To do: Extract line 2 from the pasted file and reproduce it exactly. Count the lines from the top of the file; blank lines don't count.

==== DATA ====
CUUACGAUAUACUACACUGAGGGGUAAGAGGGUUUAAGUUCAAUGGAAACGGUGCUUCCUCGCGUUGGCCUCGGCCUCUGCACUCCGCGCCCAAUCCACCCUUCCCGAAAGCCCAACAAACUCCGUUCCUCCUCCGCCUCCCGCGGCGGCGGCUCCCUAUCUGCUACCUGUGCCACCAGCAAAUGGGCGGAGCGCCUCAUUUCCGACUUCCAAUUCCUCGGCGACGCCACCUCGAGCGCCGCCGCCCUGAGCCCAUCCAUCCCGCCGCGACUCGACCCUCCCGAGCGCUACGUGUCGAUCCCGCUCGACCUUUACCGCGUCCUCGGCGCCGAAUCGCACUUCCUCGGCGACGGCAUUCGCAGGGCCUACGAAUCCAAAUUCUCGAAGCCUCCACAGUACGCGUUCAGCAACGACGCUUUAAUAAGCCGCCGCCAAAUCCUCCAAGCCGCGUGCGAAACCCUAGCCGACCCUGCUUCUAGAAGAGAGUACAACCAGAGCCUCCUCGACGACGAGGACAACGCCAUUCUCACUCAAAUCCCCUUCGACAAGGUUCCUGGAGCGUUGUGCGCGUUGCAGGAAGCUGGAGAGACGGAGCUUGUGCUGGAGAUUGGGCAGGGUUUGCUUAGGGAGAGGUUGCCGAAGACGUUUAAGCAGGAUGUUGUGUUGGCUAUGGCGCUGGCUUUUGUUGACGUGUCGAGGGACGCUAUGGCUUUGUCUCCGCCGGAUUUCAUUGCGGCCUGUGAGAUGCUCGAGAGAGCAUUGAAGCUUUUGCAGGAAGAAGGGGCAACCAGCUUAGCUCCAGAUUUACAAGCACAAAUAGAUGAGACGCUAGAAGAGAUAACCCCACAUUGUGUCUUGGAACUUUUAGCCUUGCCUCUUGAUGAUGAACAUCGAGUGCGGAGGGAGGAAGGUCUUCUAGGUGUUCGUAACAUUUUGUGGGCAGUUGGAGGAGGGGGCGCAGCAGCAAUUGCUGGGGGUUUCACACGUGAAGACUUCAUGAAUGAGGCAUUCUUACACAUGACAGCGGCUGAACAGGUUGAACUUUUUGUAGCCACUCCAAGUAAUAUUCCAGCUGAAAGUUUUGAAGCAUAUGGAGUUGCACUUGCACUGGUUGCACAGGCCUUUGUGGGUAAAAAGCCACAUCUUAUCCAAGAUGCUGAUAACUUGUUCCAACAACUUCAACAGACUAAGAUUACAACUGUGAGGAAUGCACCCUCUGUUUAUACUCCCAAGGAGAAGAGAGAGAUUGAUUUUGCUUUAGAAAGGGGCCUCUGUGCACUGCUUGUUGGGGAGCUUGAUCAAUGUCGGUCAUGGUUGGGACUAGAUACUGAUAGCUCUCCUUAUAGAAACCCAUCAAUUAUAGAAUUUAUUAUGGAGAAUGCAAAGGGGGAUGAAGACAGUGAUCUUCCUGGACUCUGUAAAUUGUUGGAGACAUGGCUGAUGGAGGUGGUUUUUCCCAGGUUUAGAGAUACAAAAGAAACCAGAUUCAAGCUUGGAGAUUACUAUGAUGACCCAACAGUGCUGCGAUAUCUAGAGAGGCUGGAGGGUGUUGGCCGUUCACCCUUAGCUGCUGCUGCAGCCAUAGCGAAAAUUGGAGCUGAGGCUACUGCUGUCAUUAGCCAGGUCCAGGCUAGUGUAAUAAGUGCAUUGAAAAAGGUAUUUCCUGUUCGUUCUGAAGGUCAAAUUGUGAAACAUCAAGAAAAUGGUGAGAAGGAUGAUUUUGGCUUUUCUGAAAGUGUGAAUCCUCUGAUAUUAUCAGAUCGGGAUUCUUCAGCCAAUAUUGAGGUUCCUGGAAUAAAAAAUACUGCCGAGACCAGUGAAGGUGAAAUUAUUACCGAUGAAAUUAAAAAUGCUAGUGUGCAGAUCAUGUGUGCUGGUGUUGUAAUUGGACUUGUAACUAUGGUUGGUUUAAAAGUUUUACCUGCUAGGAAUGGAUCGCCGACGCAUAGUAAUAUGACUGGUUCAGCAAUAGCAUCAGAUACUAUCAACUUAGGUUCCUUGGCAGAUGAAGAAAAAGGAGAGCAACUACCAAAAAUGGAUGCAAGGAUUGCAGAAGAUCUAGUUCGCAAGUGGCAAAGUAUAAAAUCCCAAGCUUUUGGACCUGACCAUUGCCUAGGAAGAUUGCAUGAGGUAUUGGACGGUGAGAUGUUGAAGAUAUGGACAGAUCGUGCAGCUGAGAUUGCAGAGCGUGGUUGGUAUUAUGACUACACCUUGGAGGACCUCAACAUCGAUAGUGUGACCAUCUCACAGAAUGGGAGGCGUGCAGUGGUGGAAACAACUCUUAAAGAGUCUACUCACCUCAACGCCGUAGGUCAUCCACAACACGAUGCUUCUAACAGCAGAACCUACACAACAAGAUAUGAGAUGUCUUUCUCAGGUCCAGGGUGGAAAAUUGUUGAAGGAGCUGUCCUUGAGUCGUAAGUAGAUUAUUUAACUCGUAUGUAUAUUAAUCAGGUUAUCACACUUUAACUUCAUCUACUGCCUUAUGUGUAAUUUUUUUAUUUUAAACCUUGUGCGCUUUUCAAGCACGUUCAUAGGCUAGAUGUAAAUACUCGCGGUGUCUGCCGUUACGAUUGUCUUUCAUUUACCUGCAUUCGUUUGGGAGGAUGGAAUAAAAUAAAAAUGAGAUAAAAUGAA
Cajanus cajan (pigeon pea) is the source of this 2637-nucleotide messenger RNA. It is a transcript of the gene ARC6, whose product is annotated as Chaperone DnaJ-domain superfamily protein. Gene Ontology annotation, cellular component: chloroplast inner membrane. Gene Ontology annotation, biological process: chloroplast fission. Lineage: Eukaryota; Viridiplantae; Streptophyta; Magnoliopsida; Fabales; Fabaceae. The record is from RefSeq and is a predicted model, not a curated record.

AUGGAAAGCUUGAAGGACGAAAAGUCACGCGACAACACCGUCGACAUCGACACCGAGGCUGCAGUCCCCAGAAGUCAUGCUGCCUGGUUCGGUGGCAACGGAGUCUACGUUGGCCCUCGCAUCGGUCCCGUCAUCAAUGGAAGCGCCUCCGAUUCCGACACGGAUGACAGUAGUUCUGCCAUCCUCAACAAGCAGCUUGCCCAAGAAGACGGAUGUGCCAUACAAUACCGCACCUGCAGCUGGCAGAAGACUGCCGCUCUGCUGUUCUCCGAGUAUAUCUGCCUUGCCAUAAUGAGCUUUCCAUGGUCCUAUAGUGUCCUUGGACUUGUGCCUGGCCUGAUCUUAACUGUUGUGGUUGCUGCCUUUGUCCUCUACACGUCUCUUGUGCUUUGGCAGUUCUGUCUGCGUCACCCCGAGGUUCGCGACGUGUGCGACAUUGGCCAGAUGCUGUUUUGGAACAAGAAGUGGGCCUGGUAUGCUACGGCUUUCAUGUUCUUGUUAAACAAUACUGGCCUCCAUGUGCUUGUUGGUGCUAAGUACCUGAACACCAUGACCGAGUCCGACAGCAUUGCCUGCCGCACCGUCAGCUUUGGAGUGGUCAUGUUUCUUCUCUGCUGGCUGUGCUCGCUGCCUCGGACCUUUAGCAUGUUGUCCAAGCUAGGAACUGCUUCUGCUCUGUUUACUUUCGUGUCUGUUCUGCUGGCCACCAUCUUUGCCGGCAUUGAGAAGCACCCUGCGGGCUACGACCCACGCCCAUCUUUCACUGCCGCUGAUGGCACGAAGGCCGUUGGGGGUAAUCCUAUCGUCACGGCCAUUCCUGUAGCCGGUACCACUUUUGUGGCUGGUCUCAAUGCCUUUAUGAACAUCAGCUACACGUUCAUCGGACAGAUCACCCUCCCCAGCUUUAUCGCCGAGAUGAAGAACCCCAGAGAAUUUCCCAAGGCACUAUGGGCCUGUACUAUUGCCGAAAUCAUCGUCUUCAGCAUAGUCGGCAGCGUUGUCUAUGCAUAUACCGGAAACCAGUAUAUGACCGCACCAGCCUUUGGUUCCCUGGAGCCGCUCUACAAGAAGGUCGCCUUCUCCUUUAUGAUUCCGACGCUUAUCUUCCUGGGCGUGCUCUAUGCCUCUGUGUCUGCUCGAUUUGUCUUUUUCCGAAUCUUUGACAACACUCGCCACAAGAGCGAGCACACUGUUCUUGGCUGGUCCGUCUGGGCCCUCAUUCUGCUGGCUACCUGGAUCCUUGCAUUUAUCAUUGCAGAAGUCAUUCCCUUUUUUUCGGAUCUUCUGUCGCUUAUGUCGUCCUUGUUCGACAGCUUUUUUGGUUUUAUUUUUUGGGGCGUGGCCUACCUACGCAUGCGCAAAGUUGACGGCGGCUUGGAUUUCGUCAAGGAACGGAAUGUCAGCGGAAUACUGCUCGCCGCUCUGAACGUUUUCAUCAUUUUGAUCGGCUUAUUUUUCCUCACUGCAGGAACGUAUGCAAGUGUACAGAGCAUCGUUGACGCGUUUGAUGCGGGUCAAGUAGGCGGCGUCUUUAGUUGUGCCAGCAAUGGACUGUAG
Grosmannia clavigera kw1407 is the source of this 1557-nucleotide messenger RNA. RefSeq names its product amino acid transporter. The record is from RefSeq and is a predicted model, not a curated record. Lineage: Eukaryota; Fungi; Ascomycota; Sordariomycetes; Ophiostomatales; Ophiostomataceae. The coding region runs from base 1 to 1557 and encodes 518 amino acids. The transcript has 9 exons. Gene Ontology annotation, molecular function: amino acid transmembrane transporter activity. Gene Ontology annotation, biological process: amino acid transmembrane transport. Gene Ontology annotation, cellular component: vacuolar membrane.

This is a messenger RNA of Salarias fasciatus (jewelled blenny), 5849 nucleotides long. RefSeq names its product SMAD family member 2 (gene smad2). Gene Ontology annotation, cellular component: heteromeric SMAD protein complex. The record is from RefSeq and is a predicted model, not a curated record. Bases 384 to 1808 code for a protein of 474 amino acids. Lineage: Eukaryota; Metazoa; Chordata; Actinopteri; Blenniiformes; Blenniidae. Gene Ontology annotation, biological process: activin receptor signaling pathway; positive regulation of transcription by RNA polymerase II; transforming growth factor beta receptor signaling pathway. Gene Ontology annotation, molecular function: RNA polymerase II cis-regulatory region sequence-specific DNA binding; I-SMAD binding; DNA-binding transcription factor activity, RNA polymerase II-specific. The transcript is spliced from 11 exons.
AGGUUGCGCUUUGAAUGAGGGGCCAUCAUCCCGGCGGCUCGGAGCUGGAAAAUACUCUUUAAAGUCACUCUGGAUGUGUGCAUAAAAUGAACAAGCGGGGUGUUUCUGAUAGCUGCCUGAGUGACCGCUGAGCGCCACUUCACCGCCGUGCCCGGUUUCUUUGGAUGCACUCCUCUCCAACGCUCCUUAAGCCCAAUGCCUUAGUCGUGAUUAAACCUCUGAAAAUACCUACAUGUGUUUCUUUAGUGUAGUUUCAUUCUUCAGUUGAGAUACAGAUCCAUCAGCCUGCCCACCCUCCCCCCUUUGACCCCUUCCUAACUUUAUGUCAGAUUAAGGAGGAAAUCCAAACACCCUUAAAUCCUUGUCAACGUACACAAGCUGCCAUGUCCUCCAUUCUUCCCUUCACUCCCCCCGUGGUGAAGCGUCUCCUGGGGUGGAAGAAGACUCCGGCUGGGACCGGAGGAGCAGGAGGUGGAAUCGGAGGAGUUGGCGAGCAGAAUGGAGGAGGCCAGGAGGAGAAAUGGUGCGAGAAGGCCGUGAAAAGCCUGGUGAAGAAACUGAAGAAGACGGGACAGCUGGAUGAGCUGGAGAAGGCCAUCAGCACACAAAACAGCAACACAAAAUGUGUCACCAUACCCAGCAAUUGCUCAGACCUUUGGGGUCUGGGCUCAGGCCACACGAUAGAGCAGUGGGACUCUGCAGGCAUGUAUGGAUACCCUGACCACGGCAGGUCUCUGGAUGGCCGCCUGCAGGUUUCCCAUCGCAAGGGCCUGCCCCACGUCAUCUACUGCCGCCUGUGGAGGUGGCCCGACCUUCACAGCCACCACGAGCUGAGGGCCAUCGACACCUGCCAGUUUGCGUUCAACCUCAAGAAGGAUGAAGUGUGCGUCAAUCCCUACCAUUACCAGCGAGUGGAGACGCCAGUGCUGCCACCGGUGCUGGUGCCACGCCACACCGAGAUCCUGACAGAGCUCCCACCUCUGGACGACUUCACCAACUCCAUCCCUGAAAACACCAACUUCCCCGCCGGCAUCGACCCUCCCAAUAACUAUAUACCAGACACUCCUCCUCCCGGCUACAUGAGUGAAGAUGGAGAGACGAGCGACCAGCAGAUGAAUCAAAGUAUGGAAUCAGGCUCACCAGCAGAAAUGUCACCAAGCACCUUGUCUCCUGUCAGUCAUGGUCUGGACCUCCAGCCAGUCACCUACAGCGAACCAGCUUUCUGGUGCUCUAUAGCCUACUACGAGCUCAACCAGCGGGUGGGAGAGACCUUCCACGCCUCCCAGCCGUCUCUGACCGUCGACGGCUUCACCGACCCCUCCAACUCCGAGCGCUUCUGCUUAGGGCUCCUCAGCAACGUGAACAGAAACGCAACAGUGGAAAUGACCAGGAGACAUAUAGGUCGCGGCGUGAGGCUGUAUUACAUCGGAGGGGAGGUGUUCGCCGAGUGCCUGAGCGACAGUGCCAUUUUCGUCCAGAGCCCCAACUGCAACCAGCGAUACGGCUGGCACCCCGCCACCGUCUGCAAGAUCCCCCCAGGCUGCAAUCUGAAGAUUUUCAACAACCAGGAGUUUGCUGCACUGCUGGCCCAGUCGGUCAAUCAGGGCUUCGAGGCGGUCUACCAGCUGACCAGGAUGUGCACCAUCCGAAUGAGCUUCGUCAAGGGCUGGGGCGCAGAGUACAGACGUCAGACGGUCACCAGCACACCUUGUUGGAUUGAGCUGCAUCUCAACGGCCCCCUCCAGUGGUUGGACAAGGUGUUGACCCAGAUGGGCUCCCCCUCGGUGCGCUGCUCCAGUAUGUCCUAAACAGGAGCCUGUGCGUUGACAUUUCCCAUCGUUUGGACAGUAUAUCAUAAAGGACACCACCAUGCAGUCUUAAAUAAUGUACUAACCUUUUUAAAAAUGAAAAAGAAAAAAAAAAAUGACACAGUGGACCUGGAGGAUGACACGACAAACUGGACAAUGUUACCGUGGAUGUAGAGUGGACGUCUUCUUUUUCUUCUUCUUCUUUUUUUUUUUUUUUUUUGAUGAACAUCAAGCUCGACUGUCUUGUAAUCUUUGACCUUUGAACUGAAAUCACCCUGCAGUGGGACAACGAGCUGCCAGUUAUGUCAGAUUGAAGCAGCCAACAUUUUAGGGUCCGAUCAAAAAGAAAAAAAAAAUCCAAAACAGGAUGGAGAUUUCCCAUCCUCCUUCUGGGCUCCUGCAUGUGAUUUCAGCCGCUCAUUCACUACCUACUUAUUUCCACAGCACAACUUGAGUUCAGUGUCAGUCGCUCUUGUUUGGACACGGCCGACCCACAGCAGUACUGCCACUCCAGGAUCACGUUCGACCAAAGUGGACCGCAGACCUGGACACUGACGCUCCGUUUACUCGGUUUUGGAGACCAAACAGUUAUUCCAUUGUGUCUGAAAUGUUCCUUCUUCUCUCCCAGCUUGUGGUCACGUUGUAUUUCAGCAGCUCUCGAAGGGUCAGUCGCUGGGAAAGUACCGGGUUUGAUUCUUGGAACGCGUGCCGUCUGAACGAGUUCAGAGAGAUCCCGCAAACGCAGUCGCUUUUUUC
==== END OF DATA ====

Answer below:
Cajanus cajan (pigeon pea) is the source of this 2637-nucleotide messenger RNA. It is a transcript of the gene ARC6, whose product is annotated as Chaperone DnaJ-domain superfamily protein. Gene Ontology annotation, cellular component: chloroplast inner membrane. Gene Ontology annotation, biological process: chloroplast fission. Lineage: Eukaryota; Viridiplantae; Streptophyta; Magnoliopsida; Fabales; Fabaceae. The record is from RefSeq and is a predicted model, not a curated record.